This concern is false since the numbers of refugees worldwide are equally split between men and women. Over half of refugees are also children under 18 years old. If one combines those statistics it means that less than 25% of the world's refugees are adult males. This concern clearly does not arise from fact, so where has it come from? Pictures of refugees crossing the Mediterranean and surging across European borders often show mostly men. Statistically it is true that the majority of asylum seekers and migrants who arrived in Europe in 2015 were men. Why is this?
[bctt tweet="Concern: #Refugees are mostly men. #Truth: Only 25% of all refugees are adult males. " username="refugee_review"]
I propose that it is actually not because they are all Muslim extremists who want to undermine our Western civilization and terrorize our families. There are two categories of men fleeing to Europe - married and unmarried. Many of the unmarried men are escaping mandatory conscription into the military (Eritrea), being forced to take sides in a civil war (Syria), or being captured by terrorist groups like ISIS. I believe that many of the married men who have wives and children to provide for decided to make the dangerous journey on their own and send for their families later once they received asylum, in order to protect them. Now, I say "many" because there is little to no data on these more specific reasons why so many men have traveled to Europe. There are, however, many personal accounts that support this way of thinking. Also keep in mind that most migrants and asylum seekers who have arrived in Europe over the past 18 months have not undergone any kind of screening (either RSD or screening by a resettlement country) due to the open nature of Europe's borders. Such an uncontrolled influx cannot happen in the US because geographical reality prevents it.
UNHCR Global Trends Report 2015 (an annual detailed look at forced migration trends, including useful charts, graphs, and statistics).
Concern 3: Most refugees being resettled in the US are Muslims
In order for this concern to be accurate at least 51% of refugees resettled during the last year would need to be Muslims. Those who boldly brandish this concern make it sound like the percentage of Muslim refugees resettled is significantly higher than 51%. But the facts and data say something different. In fiscal year 2016 (which ended just last week on September 30th) only 46% of the approximately 85,000 refugees resettled in the US self-identified as Muslims. 44% were Christians, and the remaining 10% were from a mix of other religions.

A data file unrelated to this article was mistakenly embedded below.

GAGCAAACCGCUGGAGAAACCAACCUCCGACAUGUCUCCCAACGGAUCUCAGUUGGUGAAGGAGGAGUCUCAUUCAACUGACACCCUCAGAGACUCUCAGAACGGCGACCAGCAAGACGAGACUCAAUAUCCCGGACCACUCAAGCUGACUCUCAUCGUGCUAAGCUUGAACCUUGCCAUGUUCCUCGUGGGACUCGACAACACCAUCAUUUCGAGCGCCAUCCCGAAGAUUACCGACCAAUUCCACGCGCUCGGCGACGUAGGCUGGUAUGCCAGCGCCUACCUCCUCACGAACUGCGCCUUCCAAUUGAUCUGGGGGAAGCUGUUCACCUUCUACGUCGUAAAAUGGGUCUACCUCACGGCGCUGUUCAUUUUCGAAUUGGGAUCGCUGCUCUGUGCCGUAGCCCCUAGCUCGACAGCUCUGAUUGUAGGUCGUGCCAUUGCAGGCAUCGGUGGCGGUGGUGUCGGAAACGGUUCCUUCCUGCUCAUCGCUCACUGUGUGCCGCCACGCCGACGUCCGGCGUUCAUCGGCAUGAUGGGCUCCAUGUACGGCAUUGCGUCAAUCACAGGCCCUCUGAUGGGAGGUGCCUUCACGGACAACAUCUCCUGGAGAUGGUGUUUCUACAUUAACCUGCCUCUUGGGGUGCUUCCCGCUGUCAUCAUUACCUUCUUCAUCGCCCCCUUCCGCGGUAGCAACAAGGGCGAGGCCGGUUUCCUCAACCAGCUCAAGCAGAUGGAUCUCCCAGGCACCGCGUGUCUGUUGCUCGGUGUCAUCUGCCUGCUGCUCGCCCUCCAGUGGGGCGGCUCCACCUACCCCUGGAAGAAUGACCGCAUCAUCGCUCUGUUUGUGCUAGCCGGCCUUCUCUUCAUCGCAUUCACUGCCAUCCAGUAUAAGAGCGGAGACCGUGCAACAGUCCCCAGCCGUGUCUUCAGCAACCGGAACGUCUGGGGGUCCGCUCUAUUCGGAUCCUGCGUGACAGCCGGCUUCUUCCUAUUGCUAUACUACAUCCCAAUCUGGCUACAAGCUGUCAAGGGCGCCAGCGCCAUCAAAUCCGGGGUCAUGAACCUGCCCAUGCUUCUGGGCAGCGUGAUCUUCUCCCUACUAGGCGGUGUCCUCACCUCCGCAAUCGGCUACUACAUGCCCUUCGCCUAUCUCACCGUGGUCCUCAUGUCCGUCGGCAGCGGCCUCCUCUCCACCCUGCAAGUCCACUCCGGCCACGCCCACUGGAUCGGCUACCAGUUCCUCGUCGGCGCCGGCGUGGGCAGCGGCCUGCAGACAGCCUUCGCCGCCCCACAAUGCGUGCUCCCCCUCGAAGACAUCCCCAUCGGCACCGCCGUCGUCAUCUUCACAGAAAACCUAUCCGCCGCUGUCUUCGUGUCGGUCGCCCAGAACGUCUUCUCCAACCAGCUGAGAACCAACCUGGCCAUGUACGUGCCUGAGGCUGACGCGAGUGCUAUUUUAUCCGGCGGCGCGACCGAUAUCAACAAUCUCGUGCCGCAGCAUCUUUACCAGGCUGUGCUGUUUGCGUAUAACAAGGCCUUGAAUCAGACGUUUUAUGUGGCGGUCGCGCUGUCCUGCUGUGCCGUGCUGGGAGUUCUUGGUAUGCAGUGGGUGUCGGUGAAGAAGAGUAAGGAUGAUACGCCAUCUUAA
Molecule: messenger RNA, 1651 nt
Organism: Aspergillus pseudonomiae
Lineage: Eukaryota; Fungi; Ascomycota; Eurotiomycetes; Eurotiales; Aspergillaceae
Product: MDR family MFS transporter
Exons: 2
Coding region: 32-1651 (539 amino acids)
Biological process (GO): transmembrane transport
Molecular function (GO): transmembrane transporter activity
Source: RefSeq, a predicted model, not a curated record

[bctt tweet="Concern: Too many #refugees in US are #Muslim. #Truth: US resettles based on need, not #religion. " username="refugee_review"]
While most years the percentage of Christian refugees is slightly more than Muslim refugees, the data was reversed this year. Why? Contrary to what some have implied (or said outright), it is not because the Obama administration, or anyone else, is specifically trying to resettle more Muslim refugees than Christians. Recall how I pointed out above under concern 1 that the US specifically resettles the most vulnerable populations? That is our criteria for resettlement, not religion. From year to year political situations around the world shift and the countries that most refugees are fleeing from may be different than they were before. New conflicts begin and others are finally resolved. Syria has been torn apart by civil war for over five years, and last year President Obama promised to offer resettlement places to at least 10,000 Syrians, in addition to the 75,000 resettlement places already available for other refugees. Syria is about 93% Muslim, so it was this generous increase that resulted in more Muslims being resettled this year than Christians. A similar situation happened in 2006 when record numbers of Muslim Somali refugees were in need of resettlement. However, since 2004 the percentages of both Muslim and Christian refugees have stayed pretty constant.
This article from Pew Research includes a graph that demonstrates the fact that Muslim refugee arrivals have increased as overall refugee arrivals have also increased, keeping the relative percentages fairly constant.
Seeking Refuge, published by World Relief this summer, includes a wealth of information about all of these concerns. I highly recommend reading it before you make your election decisions!